Hydraulic lift is a passive process in which a plant will bring water from subsoil to topsoil levels through its roots. In this experiment, we compared the soil moisture levels in the area surrounding two different chaparral species C. megacarpus, a shallow rooted nonsprouter, and M. laurina, a deep-rooted obligate sprouter, in order to determine the hydraulic lift patterns of chaparral as they regrow after fire. Furthermore, the C. Megacarpus had died due to the Malibu fire, while the M. Laurina was resprouting. Therefore, using a Hydrosense Soil Water Measurement System, we measured soil moisture percentages, and the results showed there was no significant difference in soil moisture levels between C. megacarpus and M. laurina despite obtaining a p-value of .0721. Furthermore, there was no significant difference between the two plants and their controls implying that hydraulic lift was not taking place. Therefore we concluded that there is no hydraulic lift in either the C. megacarpus and M. laurina.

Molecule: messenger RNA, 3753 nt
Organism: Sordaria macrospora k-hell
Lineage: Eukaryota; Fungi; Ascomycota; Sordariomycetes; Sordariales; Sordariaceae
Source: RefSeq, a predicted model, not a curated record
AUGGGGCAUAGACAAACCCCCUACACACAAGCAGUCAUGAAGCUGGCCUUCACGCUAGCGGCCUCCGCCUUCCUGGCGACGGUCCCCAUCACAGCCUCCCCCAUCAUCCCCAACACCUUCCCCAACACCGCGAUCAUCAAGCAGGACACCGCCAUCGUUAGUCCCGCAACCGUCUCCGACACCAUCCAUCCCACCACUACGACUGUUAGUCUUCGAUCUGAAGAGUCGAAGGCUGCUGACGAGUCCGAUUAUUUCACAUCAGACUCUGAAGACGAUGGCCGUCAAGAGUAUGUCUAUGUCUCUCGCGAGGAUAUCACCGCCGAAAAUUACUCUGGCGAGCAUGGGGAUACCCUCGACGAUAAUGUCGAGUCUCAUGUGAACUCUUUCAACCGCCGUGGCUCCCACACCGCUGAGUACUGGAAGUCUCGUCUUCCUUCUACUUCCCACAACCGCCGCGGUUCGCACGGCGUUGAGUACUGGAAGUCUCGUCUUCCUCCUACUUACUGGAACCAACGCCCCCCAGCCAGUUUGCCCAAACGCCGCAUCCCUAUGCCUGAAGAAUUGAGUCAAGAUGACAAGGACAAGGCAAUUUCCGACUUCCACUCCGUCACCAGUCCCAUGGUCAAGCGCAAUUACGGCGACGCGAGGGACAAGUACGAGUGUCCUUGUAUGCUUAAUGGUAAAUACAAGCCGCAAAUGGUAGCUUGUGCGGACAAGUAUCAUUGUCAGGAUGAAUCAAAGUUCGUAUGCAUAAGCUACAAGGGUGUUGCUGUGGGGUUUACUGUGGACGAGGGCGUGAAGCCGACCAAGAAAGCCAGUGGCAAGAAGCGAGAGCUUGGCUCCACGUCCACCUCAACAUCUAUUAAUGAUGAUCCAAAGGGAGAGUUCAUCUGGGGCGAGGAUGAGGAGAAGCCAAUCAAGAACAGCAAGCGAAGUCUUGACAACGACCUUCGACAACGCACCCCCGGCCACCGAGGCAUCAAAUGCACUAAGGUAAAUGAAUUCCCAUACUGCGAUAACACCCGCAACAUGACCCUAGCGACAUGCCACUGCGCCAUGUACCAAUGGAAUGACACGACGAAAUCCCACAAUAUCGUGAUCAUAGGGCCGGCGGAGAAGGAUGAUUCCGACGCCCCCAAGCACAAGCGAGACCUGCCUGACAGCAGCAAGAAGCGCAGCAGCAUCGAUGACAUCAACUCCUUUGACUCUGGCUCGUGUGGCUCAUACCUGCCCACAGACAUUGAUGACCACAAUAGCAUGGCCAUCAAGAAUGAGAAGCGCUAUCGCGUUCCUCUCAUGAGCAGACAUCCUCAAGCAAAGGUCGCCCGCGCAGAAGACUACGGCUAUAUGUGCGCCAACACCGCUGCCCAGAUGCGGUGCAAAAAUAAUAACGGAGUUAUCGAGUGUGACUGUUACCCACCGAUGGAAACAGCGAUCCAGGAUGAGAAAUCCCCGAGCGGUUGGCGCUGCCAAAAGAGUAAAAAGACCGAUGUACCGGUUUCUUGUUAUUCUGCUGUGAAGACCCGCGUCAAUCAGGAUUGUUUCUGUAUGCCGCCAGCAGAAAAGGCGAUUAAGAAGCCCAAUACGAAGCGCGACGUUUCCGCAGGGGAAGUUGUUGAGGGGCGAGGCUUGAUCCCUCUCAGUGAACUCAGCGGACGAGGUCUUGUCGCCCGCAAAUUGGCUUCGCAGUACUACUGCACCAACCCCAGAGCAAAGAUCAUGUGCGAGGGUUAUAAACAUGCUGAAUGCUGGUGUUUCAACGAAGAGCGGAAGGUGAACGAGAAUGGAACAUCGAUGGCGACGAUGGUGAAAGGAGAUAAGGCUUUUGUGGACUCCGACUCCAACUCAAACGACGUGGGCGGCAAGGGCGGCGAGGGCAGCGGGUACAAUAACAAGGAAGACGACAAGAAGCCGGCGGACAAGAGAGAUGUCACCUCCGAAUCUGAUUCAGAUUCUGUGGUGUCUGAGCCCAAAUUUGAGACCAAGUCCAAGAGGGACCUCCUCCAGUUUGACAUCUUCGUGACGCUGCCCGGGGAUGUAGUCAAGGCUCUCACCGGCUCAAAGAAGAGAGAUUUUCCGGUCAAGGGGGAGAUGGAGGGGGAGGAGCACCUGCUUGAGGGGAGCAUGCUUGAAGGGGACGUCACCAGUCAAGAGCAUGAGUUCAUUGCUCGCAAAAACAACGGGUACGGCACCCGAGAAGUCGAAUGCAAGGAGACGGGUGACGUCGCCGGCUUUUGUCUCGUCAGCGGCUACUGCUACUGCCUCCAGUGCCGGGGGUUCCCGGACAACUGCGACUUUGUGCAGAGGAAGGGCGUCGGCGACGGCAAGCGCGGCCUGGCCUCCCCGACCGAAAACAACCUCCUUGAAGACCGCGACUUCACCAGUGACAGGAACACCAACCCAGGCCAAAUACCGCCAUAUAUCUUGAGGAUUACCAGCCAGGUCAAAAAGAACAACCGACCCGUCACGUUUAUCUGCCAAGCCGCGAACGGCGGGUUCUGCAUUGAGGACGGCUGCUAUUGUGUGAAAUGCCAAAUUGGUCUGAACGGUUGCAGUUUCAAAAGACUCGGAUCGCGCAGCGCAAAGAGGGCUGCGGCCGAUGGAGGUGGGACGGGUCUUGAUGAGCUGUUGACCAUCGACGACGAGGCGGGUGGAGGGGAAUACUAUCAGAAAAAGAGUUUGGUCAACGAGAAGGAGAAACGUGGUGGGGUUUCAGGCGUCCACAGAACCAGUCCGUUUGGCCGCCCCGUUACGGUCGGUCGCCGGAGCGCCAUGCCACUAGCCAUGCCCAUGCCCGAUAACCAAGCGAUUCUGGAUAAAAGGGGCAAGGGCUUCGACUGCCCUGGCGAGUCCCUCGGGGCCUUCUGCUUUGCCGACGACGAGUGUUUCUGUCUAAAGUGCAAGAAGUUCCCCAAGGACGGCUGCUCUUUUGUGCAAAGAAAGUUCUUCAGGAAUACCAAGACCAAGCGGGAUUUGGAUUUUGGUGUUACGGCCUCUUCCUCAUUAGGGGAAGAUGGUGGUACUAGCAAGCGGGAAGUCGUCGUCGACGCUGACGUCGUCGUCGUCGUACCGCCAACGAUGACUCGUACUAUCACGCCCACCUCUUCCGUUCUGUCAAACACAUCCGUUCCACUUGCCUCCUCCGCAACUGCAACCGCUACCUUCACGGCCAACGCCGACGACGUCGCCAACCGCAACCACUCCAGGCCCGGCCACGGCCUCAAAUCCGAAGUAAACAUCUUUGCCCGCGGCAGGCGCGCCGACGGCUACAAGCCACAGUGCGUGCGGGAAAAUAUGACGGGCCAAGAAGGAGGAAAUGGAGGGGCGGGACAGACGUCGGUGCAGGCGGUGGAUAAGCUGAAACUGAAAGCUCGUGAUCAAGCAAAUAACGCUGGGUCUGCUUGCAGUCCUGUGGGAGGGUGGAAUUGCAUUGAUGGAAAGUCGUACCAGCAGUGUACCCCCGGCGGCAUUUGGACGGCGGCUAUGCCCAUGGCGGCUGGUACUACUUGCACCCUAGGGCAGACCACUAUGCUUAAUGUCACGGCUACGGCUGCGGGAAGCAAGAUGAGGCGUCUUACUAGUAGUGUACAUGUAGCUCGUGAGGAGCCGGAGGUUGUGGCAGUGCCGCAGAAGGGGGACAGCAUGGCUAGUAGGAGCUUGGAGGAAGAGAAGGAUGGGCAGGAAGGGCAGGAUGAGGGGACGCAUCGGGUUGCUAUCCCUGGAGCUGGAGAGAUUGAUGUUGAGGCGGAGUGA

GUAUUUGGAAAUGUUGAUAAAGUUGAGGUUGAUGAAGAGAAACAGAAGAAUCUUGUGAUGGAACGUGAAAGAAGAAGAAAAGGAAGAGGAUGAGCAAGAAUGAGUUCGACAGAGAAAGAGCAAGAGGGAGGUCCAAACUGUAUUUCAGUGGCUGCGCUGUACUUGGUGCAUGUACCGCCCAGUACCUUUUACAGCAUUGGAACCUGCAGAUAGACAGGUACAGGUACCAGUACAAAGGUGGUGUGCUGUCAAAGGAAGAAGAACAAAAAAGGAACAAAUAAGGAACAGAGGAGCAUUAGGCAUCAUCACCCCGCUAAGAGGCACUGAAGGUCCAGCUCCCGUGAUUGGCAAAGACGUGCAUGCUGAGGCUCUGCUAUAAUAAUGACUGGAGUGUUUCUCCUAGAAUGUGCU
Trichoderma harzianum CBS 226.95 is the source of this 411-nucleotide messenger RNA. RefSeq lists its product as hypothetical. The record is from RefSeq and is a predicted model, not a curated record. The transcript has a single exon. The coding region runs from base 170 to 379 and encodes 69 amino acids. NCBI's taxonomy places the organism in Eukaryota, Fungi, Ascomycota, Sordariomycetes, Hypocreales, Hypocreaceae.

Holly, Kristi; Sayre, Kelly; and Snow, Anson, "Soil Moisture Adjacent the Roots of Post-fire Ceanothus megacarpus and Malosma laurina" (2008). Pepperdine University, All Undergraduate Student Research. Paper 7.